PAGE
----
Raising Children is Hard; Why It's Always OK to Ask for Help

Always keep family problems among family. Don’t tell your business’ to outsiders.

These are common sayings in many families – especially if the business’ in question concerns information a family member might find embarrassing. However, experts say when a child’s welfare is at stake, parents’ reluctance to seek help can be the difference between a problem addressed or a child endangered.

There are a lot of norms in society that (say) we shouldn’t ask for help around parenting,” said Abby Wilson, director of community initiatives for Children’s Trust of South Carolina, a child advocacy organization. But we know kids aren’t born with instruction manuals, and that families have a hard time. Every family struggles with, Did I parent my child right in this situation?’

So we’re really trying to change that narrative around it being OK to ask for help.”

Children’s Trust and other organizations are hoping to amplify that message in April, which is recognized nationally each year as Child Abuse Prevention Month. Through public awareness campaigns and an array of parenting programs and workshops, they hope to neutralize the stigma against asking for help.

One key tool in Children’s Trust’s arsenal is the Positive Parenting Program, a highly-regarded intervention also known as Triple P. Triple P offers a five-tier continuum of services to help caregivers. Level 1 includes community-wide marketing and publicity campaigns aimed at destigmatizing asking for help. At the other end of the spectrum, Level 5 includes referrals for intensive counseling.

Triple P, used around the world, boasts more than 35 years of research backing its effectiveness. With the Endowment’s support, Children’s Trust is implementing the program in Georgetown, Greenville and Spartanburg counties. The early goal is for the program, through its parenting classes and outreach tools, to reach at least 10 percent of the adult population in the three South Carolina counties. 

The Endowment is also supporting efforts to implement the program in North Carolina, where it is working with Prevent Child Abuse N.C. and state officials to implement the program. UNC-Chapel Hill’s Frank Porter Graham Child Development Institute is helping with the efforts in both states.

The Endowment is proud to support the expansion of Triple P in the Carolinas,” said Phil Redmond, director of the Endowment’s Child and Family Well-Being program area. As one of the most widely-known and heavily researched parenting programs in the world, it offers tremendous promise for helping parents and lowering child maltreatment rates.”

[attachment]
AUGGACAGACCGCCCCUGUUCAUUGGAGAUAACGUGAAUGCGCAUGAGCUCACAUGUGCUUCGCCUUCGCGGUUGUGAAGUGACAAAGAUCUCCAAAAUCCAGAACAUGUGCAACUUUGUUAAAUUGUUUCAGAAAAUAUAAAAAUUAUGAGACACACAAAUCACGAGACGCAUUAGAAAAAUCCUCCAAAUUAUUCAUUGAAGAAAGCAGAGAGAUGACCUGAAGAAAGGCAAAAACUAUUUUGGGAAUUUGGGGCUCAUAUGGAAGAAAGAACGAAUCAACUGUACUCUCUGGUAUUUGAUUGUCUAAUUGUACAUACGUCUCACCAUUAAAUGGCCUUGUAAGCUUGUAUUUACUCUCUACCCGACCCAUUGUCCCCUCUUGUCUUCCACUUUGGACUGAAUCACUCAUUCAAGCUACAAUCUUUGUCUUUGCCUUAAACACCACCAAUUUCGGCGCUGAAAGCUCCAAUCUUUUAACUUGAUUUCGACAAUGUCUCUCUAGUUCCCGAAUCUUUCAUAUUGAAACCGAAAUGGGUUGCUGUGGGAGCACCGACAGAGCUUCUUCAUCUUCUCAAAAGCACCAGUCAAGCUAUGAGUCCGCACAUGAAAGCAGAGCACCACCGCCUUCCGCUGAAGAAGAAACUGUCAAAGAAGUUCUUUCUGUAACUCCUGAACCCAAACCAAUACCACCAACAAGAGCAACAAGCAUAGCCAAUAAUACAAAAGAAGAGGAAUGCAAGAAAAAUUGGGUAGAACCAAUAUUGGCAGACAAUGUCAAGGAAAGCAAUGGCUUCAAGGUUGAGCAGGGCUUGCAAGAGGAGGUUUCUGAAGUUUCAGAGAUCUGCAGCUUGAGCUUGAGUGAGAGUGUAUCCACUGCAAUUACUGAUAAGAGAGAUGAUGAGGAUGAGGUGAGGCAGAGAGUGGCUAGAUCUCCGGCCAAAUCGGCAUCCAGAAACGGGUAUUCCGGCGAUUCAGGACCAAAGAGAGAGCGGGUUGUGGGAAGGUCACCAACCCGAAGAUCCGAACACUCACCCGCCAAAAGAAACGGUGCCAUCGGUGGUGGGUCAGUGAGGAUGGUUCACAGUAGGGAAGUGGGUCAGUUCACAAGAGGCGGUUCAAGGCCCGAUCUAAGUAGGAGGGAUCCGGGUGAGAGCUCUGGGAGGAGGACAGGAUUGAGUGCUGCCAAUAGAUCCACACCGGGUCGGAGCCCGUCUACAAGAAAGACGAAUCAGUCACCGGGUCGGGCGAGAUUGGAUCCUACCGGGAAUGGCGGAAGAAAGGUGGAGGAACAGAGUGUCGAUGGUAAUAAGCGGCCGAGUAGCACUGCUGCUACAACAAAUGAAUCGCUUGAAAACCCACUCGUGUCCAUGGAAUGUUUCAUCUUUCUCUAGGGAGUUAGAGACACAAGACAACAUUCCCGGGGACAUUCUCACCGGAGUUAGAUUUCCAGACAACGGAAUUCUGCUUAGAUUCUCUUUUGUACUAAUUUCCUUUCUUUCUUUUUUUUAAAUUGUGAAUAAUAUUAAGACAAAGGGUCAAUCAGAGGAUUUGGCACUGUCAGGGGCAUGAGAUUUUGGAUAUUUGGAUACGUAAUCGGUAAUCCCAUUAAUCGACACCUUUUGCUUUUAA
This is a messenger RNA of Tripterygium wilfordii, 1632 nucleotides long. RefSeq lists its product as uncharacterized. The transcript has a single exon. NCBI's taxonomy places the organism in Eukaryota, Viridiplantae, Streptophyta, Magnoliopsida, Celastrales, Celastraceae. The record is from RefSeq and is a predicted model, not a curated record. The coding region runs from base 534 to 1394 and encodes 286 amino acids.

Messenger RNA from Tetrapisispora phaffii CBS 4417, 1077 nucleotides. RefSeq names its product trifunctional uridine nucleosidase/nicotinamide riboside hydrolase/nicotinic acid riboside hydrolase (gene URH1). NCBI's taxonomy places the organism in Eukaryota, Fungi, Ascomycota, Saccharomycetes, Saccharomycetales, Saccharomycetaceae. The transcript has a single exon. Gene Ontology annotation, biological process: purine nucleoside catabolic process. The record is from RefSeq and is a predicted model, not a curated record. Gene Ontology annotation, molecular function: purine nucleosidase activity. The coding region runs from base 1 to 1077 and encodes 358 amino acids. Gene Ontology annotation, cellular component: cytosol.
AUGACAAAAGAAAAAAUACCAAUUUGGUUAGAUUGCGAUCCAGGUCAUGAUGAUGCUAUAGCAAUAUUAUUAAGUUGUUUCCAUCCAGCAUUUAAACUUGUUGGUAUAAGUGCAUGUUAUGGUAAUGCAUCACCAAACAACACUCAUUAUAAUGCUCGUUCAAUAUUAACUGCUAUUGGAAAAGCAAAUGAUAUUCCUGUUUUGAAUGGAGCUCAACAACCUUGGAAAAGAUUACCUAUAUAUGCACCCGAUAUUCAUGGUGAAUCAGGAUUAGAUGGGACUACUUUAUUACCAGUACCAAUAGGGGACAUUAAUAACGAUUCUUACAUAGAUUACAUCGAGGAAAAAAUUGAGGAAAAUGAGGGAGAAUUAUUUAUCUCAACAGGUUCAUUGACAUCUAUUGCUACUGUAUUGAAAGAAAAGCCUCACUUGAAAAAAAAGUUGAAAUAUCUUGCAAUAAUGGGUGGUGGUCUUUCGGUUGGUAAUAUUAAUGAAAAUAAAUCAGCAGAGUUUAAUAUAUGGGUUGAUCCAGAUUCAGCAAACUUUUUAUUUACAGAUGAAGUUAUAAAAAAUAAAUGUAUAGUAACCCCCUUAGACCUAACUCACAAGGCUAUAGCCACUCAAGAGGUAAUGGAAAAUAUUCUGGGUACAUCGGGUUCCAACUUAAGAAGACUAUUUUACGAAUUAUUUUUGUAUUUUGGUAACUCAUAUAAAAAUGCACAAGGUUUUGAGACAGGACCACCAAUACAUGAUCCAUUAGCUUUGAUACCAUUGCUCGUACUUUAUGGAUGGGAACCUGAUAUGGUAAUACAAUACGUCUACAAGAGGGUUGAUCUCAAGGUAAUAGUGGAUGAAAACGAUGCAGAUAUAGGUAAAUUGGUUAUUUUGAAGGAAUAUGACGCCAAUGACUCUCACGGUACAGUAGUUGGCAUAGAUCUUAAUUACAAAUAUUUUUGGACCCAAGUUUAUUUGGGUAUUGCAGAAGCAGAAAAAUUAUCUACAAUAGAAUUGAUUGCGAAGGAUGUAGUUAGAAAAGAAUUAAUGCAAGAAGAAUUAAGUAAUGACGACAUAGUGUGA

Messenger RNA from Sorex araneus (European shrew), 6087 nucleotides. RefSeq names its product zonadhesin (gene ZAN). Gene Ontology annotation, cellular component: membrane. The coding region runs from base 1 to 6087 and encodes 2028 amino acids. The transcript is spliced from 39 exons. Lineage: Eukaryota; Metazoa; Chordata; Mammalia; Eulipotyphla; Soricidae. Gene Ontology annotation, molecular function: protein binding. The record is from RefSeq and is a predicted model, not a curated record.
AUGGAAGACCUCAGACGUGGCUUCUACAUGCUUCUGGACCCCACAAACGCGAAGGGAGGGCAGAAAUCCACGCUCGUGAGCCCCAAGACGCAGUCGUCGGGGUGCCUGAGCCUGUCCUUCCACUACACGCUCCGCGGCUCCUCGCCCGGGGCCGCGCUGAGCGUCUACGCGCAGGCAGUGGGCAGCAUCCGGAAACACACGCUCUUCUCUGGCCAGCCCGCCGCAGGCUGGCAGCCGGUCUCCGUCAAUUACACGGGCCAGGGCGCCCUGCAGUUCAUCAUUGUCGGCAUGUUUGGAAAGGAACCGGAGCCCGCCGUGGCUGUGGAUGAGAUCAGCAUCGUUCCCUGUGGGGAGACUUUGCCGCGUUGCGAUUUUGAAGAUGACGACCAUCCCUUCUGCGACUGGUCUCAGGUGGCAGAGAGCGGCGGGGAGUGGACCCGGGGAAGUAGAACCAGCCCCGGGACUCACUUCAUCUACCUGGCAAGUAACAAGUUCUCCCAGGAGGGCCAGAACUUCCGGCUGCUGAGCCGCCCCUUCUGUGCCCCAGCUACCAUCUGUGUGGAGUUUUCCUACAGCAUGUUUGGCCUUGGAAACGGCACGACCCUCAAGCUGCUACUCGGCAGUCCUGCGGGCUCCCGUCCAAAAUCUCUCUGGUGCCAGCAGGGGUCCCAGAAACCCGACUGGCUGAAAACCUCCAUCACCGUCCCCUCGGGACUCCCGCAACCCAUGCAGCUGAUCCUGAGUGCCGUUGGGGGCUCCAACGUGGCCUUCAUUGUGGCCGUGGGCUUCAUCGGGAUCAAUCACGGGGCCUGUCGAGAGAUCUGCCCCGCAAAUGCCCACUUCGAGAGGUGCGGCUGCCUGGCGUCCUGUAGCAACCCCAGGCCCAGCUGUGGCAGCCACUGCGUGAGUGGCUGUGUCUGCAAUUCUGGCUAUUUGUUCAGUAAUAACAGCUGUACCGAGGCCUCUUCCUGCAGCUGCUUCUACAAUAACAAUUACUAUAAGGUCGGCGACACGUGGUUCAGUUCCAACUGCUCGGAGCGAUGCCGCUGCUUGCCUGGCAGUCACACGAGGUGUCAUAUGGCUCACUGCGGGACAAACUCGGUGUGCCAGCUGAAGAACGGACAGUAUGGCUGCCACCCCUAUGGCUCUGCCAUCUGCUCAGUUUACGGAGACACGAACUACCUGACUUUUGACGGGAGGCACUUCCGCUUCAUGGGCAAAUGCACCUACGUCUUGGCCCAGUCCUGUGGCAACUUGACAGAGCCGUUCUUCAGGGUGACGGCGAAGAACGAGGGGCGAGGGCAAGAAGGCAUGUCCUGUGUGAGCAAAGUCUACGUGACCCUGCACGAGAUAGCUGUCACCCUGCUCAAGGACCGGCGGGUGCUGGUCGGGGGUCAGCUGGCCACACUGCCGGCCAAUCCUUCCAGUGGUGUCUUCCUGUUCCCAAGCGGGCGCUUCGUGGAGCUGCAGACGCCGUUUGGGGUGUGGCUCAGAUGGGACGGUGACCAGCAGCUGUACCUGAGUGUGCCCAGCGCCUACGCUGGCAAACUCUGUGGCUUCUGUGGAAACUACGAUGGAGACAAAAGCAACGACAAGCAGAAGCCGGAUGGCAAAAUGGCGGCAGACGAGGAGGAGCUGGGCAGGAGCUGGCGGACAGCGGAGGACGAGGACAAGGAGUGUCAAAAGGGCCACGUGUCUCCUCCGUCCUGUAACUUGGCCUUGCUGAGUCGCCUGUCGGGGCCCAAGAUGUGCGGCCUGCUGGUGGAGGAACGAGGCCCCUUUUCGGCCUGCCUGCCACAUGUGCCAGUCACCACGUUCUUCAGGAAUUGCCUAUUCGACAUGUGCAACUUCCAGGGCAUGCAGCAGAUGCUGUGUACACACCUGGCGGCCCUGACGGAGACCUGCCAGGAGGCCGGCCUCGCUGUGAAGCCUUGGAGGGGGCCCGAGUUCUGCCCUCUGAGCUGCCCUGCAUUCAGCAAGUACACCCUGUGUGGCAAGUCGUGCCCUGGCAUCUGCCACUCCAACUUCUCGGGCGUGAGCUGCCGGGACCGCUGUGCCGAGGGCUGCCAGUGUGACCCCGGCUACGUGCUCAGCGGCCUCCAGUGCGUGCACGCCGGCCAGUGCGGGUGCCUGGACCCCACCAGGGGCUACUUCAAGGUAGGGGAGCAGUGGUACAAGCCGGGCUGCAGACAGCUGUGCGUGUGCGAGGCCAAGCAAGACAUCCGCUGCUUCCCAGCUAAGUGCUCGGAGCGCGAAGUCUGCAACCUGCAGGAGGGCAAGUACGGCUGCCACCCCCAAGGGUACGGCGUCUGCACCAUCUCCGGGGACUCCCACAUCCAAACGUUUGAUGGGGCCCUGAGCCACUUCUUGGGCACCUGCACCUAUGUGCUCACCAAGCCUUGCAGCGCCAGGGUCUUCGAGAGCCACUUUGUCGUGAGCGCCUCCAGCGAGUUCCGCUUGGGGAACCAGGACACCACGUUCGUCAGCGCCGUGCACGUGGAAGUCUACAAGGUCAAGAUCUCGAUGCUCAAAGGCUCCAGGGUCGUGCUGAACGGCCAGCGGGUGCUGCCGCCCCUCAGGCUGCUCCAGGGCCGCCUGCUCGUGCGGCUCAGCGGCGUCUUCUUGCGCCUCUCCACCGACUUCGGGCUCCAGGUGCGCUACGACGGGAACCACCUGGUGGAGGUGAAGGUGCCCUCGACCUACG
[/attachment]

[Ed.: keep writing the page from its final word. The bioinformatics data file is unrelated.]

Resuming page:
Children’s Trust officials say part of Triple P’s effectiveness rests in its flexibility; parents and other caregivers can get the specific level of help they need. 

If you’re coming to a Level 2 class and you’re saying, Hey, I think I need more help,’ our practitioners are really good about finding a referral to the best fit for that caregiver,” said Mariah Kowalkowski, Triple P community capacity coach for Georgetown County.

Still, they realize many parents who could benefit never reach out. Triple P’s community-wide marketing campaigns try to counter the stigma by sharing positive messages about help-seeking via billboards, newspaper stories, Facebook ads and even mommy blogger” influencers. Each community can tailor the messaging to fit its population; leaders can also use Triple P’s marketing campaign, called Stay Positive.’ 

The program supplies caregivers with tools to keep small family problems or conflicts from growing into the kinds of complex and unstable situations where abuse and neglect occur. More than 22,000 children per year are found to be victims of maltreatment in North Carolina, according to the most recently available data from Child Trends, a national research organization focused on children’s welfare. In South Carolina, more than 14,000 children suffer maltreatment. National statistics show that in most cases, the victimizer is the child’s parent.

One of the things that’s really important when you’re trying to move the needle on the prevention of abuse and neglect is to change the narrative around where abuse and neglect occurs,” Wilson said. A lot of folks think abuse and neglect only happens in those families or those people over there,’ and that’s not the case. It’s not for just parents that are involved in the system, or parents that are in trouble, or something along those lines.

Anyone can stand to learn some more tips around parenting.”

Impact: An 18-county study of Triple P in S.C. found, after two years of implementation:

· A 33% reduction in the rate of substantiated child maltreatment

· A 16% reduction in the rate of out-of-home placements – e.g., in foster homes 

· A 13% reduction in the rate of hospitalizations or emergency room visits for child maltreatment injuries.

Want to know more?

If you’d like to know more about Triple P or would like to know if services are offered in your area, contact Children’s Trust of South Carolina, or Prevent Child Abuse North Carolina.

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